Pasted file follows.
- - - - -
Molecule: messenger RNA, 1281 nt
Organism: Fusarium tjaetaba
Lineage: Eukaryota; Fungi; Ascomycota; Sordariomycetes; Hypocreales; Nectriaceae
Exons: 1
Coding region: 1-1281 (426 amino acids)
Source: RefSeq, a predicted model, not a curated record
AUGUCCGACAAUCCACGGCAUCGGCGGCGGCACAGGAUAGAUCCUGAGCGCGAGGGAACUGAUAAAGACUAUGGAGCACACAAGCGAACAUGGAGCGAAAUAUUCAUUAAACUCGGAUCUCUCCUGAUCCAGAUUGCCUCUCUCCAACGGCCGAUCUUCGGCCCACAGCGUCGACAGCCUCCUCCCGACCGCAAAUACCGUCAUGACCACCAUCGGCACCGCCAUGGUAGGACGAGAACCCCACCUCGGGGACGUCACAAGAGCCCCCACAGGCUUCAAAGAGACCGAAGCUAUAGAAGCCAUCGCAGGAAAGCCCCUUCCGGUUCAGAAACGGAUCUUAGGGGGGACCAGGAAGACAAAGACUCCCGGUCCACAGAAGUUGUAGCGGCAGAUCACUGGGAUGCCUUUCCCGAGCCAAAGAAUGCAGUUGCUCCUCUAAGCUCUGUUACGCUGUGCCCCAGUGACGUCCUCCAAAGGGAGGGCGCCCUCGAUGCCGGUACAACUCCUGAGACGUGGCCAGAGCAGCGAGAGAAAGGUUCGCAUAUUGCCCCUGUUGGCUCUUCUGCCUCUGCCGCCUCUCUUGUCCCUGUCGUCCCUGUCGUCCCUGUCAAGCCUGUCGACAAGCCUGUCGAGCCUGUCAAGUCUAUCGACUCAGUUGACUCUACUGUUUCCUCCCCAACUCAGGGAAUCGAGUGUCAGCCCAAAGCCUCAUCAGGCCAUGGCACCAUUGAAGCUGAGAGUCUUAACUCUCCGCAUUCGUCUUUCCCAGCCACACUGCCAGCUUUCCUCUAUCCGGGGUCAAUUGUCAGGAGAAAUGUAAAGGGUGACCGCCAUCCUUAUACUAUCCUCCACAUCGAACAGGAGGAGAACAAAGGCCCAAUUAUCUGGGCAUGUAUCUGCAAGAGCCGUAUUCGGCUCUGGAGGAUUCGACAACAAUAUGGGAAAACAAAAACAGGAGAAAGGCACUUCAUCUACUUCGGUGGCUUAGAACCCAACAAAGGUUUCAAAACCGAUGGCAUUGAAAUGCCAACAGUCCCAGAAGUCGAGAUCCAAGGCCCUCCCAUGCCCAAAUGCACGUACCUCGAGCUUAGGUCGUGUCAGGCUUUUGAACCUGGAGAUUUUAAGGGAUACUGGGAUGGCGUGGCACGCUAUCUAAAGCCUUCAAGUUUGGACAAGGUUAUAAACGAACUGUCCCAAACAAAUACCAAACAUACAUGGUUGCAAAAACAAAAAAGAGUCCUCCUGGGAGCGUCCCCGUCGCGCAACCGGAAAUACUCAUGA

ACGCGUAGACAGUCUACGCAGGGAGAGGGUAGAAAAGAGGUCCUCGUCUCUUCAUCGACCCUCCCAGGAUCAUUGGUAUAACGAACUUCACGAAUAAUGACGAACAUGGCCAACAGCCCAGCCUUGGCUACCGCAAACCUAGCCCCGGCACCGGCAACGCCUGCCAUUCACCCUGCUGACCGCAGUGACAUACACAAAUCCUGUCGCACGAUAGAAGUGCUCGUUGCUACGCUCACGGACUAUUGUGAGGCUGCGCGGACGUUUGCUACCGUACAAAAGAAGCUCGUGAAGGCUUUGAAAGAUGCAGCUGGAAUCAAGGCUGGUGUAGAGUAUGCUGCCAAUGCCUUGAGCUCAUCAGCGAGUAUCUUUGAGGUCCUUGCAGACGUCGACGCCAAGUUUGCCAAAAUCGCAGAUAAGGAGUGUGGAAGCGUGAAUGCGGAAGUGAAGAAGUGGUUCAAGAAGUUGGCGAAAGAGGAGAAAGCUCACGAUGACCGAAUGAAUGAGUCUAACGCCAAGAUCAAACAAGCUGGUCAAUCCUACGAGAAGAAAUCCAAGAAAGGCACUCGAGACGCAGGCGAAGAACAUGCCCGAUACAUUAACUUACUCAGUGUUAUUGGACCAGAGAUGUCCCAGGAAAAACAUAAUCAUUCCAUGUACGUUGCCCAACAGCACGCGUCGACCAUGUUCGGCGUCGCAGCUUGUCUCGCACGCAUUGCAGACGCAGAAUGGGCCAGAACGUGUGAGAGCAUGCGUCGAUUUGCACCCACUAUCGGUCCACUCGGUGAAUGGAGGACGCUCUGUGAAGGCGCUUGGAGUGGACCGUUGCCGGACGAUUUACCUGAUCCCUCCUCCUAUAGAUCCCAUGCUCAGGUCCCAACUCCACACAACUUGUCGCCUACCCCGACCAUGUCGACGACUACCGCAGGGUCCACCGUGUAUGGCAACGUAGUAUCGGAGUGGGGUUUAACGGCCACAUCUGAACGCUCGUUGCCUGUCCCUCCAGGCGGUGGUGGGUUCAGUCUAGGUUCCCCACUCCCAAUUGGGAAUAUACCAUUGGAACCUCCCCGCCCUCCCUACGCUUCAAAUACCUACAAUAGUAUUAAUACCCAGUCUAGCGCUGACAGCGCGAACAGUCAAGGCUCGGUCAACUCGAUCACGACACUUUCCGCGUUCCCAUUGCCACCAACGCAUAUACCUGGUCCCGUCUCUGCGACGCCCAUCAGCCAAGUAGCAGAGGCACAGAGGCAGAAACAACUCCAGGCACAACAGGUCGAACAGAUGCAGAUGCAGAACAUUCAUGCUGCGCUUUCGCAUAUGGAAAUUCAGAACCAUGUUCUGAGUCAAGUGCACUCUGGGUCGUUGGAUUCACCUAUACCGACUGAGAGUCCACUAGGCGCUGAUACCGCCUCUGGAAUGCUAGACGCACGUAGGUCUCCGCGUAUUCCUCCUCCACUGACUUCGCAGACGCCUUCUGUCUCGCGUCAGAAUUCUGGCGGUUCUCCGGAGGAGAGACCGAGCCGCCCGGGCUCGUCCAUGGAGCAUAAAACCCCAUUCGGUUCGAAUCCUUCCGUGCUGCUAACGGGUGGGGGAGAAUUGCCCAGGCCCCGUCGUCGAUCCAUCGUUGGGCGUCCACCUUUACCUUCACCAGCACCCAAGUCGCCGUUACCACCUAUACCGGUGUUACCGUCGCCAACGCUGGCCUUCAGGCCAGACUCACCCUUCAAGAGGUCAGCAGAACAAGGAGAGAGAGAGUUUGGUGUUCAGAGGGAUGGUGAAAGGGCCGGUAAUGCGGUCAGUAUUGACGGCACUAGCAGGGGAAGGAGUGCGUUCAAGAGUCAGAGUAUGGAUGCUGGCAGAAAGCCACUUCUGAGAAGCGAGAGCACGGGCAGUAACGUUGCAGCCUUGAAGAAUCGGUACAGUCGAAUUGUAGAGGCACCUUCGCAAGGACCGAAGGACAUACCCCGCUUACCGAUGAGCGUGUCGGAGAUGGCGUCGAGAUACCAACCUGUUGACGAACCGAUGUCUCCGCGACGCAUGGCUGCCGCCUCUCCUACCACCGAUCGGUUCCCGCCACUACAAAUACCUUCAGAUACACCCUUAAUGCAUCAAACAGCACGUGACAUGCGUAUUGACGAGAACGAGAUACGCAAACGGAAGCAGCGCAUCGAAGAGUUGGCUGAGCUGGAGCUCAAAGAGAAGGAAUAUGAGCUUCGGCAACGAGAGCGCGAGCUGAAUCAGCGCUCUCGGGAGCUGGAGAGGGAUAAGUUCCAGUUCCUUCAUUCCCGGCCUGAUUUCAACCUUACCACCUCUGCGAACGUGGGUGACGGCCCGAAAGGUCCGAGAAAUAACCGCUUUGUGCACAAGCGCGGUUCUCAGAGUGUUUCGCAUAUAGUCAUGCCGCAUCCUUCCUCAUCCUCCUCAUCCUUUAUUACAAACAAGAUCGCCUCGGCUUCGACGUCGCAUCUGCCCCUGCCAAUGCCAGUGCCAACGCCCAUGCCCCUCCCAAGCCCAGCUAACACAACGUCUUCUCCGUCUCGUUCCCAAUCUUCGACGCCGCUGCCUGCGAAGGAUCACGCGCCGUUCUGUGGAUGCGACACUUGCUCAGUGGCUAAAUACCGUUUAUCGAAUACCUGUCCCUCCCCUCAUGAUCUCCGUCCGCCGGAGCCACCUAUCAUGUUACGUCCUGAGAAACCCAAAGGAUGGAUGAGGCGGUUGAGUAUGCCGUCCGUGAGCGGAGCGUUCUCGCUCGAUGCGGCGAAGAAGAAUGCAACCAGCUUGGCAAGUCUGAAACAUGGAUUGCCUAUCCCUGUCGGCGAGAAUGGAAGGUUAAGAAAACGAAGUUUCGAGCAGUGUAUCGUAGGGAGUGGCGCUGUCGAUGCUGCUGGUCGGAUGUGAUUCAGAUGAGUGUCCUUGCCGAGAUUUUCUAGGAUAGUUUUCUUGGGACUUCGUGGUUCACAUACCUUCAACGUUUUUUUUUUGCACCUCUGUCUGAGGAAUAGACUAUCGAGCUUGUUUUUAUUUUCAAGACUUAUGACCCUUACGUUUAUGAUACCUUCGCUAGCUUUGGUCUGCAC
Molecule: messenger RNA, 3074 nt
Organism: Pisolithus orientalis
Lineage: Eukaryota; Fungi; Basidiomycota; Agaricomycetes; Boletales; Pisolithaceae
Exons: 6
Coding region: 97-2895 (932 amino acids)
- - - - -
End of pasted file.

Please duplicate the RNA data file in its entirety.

Molecule: messenger RNA, 1281 nt
Organism: Fusarium tjaetaba
Lineage: Eukaryota; Fungi; Ascomycota; Sordariomycetes; Hypocreales; Nectriaceae
Exons: 1
Coding region: 1-1281 (426 amino acids)
Source: RefSeq, a predicted model, not a curated record
AUGUCCGACAAUCCACGGCAUCGGCGGCGGCACAGGAUAGAUCCUGAGCGCGAGGGAACUGAUAAAGACUAUGGAGCACACAAGCGAACAUGGAGCGAAAUAUUCAUUAAACUCGGAUCUCUCCUGAUCCAGAUUGCCUCUCUCCAACGGCCGAUCUUCGGCCCACAGCGUCGACAGCCUCCUCCCGACCGCAAAUACCGUCAUGACCACCAUCGGCACCGCCAUGGUAGGACGAGAACCCCACCUCGGGGACGUCACAAGAGCCCCCACAGGCUUCAAAGAGACCGAAGCUAUAGAAGCCAUCGCAGGAAAGCCCCUUCCGGUUCAGAAACGGAUCUUAGGGGGGACCAGGAAGACAAAGACUCCCGGUCCACAGAAGUUGUAGCGGCAGAUCACUGGGAUGCCUUUCCCGAGCCAAAGAAUGCAGUUGCUCCUCUAAGCUCUGUUACGCUGUGCCCCAGUGACGUCCUCCAAAGGGAGGGCGCCCUCGAUGCCGGUACAACUCCUGAGACGUGGCCAGAGCAGCGAGAGAAAGGUUCGCAUAUUGCCCCUGUUGGCUCUUCUGCCUCUGCCGCCUCUCUUGUCCCUGUCGUCCCUGUCGUCCCUGUCAAGCCUGUCGACAAGCCUGUCGAGCCUGUCAAGUCUAUCGACUCAGUUGACUCUACUGUUUCCUCCCCAACUCAGGGAAUCGAGUGUCAGCCCAAAGCCUCAUCAGGCCAUGGCACCAUUGAAGCUGAGAGUCUUAACUCUCCGCAUUCGUCUUUCCCAGCCACACUGCCAGCUUUCCUCUAUCCGGGGUCAAUUGUCAGGAGAAAUGUAAAGGGUGACCGCCAUCCUUAUACUAUCCUCCACAUCGAACAGGAGGAGAACAAAGGCCCAAUUAUCUGGGCAUGUAUCUGCAAGAGCCGUAUUCGGCUCUGGAGGAUUCGACAACAAUAUGGGAAAACAAAAACAGGAGAAAGGCACUUCAUCUACUUCGGUGGCUUAGAACCCAACAAAGGUUUCAAAACCGAUGGCAUUGAAAUGCCAACAGUCCCAGAAGUCGAGAUCCAAGGCCCUCCCAUGCCCAAAUGCACGUACCUCGAGCUUAGGUCGUGUCAGGCUUUUGAACCUGGAGAUUUUAAGGGAUACUGGGAUGGCGUGGCACGCUAUCUAAAGCCUUCAAGUUUGGACAAGGUUAUAAACGAACUGUCCCAAACAAAUACCAAACAUACAUGGUUGCAAAAACAAAAAAGAGUCCUCCUGGGAGCGUCCCCGUCGCGCAACCGGAAAUACUCAUGA

ACGCGUAGACAGUCUACGCAGGGAGAGGGUAGAAAAGAGGUCCUCGUCUCUUCAUCGACCCUCCCAGGAUCAUUGGUAUAACGAACUUCACGAAUAAUGACGAACAUGGCCAACAGCCCAGCCUUGGCUACCGCAAACCUAGCCCCGGCACCGGCAACGCCUGCCAUUCACCCUGCUGACCGCAGUGACAUACACAAAUCCUGUCGCACGAUAGAAGUGCUCGUUGCUACGCUCACGGACUAUUGUGAGGCUGCGCGGACGUUUGCUACCGUACAAAAGAAGCUCGUGAAGGCUUUGAAAGAUGCAGCUGGAAUCAAGGCUGGUGUAGAGUAUGCUGCCAAUGCCUUGAGCUCAUCAGCGAGUAUCUUUGAGGUCCUUGCAGACGUCGACGCCAAGUUUGCCAAAAUCGCAGAUAAGGAGUGUGGAAGCGUGAAUGCGGAAGUGAAGAAGUGGUUCAAGAAGUUGGCGAAAGAGGAGAAAGCUCACGAUGACCGAAUGAAUGAGUCUAACGCCAAGAUCAAACAAGCUGGUCAAUCCUACGAGAAGAAAUCCAAGAAAGGCACUCGAGACGCAGGCGAAGAACAUGCCCGAUACAUUAACUUACUCAGUGUUAUUGGACCAGAGAUGUCCCAGGAAAAACAUAAUCAUUCCAUGUACGUUGCCCAACAGCACGCGUCGACCAUGUUCGGCGUCGCAGCUUGUCUCGCACGCAUUGCAGACGCAGAAUGGGCCAGAACGUGUGAGAGCAUGCGUCGAUUUGCACCCACUAUCGGUCCACUCGGUGAAUGGAGGACGCUCUGUGAAGGCGCUUGGAGUGGACCGUUGCCGGACGAUUUACCUGAUCCCUCCUCCUAUAGAUCCCAUGCUCAGGUCCCAACUCCACACAACUUGUCGCCUACCCCGACCAUGUCGACGACUACCGCAGGGUCCACCGUGUAUGGCAACGUAGUAUCGGAGUGGGGUUUAACGGCCACAUCUGAACGCUCGUUGCCUGUCCCUCCAGGCGGUGGUGGGUUCAGUCUAGGUUCCCCACUCCCAAUUGGGAAUAUACCAUUGGAACCUCCCCGCCCUCCCUACGCUUCAAAUACCUACAAUAGUAUUAAUACCCAGUCUAGCGCUGACAGCGCGAACAGUCAAGGCUCGGUCAACUCGAUCACGACACUUUCCGCGUUCCCAUUGCCACCAACGCAUAUACCUGGUCCCGUCUCUGCGACGCCCAUCAGCCAAGUAGCAGAGGCACAGAGGCAGAAACAACUCCAGGCACAACAGGUCGAACAGAUGCAGAUGCAGAACAUUCAUGCUGCGCUUUCGCAUAUGGAAAUUCAGAACCAUGUUCUGAGUCAAGUGCACUCUGGGUCGUUGGAUUCACCUAUACCGACUGAGAGUCCACUAGGCGCUGAUACCGCCUCUGGAAUGCUAGACGCACGUAGGUCUCCGCGUAUUCCUCCUCCACUGACUUCGCAGACGCCUUCUGUCUCGCGUCAGAAUUCUGGCGGUUCUCCGGAGGAGAGACCGAGCCGCCCGGGCUCGUCCAUGGAGCAUAAAACCCCAUUCGGUUCGAAUCCUUCCGUGCUGCUAACGGGUGGGGGAGAAUUGCCCAGGCCCCGUCGUCGAUCCAUCGUUGGGCGUCCACCUUUACCUUCACCAGCACCCAAGUCGCCGUUACCACCUAUACCGGUGUUACCGUCGCCAACGCUGGCCUUCAGGCCAGACUCACCCUUCAAGAGGUCAGCAGAACAAGGAGAGAGAGAGUUUGGUGUUCAGAGGGAUGGUGAAAGGGCCGGUAAUGCGGUCAGUAUUGACGGCACUAGCAGGGGAAGGAGUGCGUUCAAGAGUCAGAGUAUGGAUGCUGGCAGAAAGCCACUUCUGAGAAGCGAGAGCACGGGCAGUAACGUUGCAGCCUUGAAGAAUCGGUACAGUCGAAUUGUAGAGGCACCUUCGCAAGGACCGAAGGACAUACCCCGCUUACCGAUGAGCGUGUCGGAGAUGGCGUCGAGAUACCAACCUGUUGACGAACCGAUGUCUCCGCGACGCAUGGCUGCCGCCUCUCCUACCACCGAUCGGUUCCCGCCACUACAAAUACCUUCAGAUACACCCUUAAUGCAUCAAACAGCACGUGACAUGCGUAUUGACGAGAACGAGAUACGCAAACGGAAGCAGCGCAUCGAAGAGUUGGCUGAGCUGGAGCUCAAAGAGAAGGAAUAUGAGCUUCGGCAACGAGAGCGCGAGCUGAAUCAGCGCUCUCGGGAGCUGGAGAGGGAUAAGUUCCAGUUCCUUCAUUCCCGGCCUGAUUUCAACCUUACCACCUCUGCGAACGUGGGUGACGGCCCGAAAGGUCCGAGAAAUAACCGCUUUGUGCACAAGCGCGGUUCUCAGAGUGUUUCGCAUAUAGUCAUGCCGCAUCCUUCCUCAUCCUCCUCAUCCUUUAUUACAAACAAGAUCGCCUCGGCUUCGACGUCGCAUCUGCCCCUGCCAAUGCCAGUGCCAACGCCCAUGCCCCUCCCAAGCCCAGCUAACACAACGUCUUCUCCGUCUCGUUCCCAAUCUUCGACGCCGCUGCCUGCGAAGGAUCACGCGCCGUUCUGUGGAUGCGACACUUGCUCAGUGGCUAAAUACCGUUUAUCGAAUACCUGUCCCUCCCCUCAUGAUCUCCGUCCGCCGGAGCCACCUAUCAUGUUACGUCCUGAGAAACCCAAAGGAUGGAUGAGGCGGUUGAGUAUGCCGUCCGUGAGCGGAGCGUUCUCGCUCGAUGCGGCGAAGAAGAAUGCAACCAGCUUGGCAAGUCUGAAACAUGGAUUGCCUAUCCCUGUCGGCGAGAAUGGAAGGUUAAGAAAACGAAGUUUCGAGCAGUGUAUCGUAGGGAGUGGCGCUGUCGAUGCUGCUGGUCGGAUGUGAUUCAGAUGAGUGUCCUUGCCGAGAUUUUCUAGGAUAGUUUUCUUGGGACUUCGUGGUUCACAUACCUUCAACGUUUUUUUUUUGCACCUCUGUCUGAGGAAUAGACUAUCGAGCUUGUUUUUAUUUUCAAGACUUAUGACCCUUACGUUUAUGAUACCUUCGCUAGCUUUGGUCUGCAC
Molecule: messenger RNA, 3074 nt
Organism: Pisolithus orientalis
Lineage: Eukaryota; Fungi; Basidiomycota; Agaricomycetes; Boletales; Pisolithaceae
Exons: 6
Coding region: 97-2895 (932 amino acids)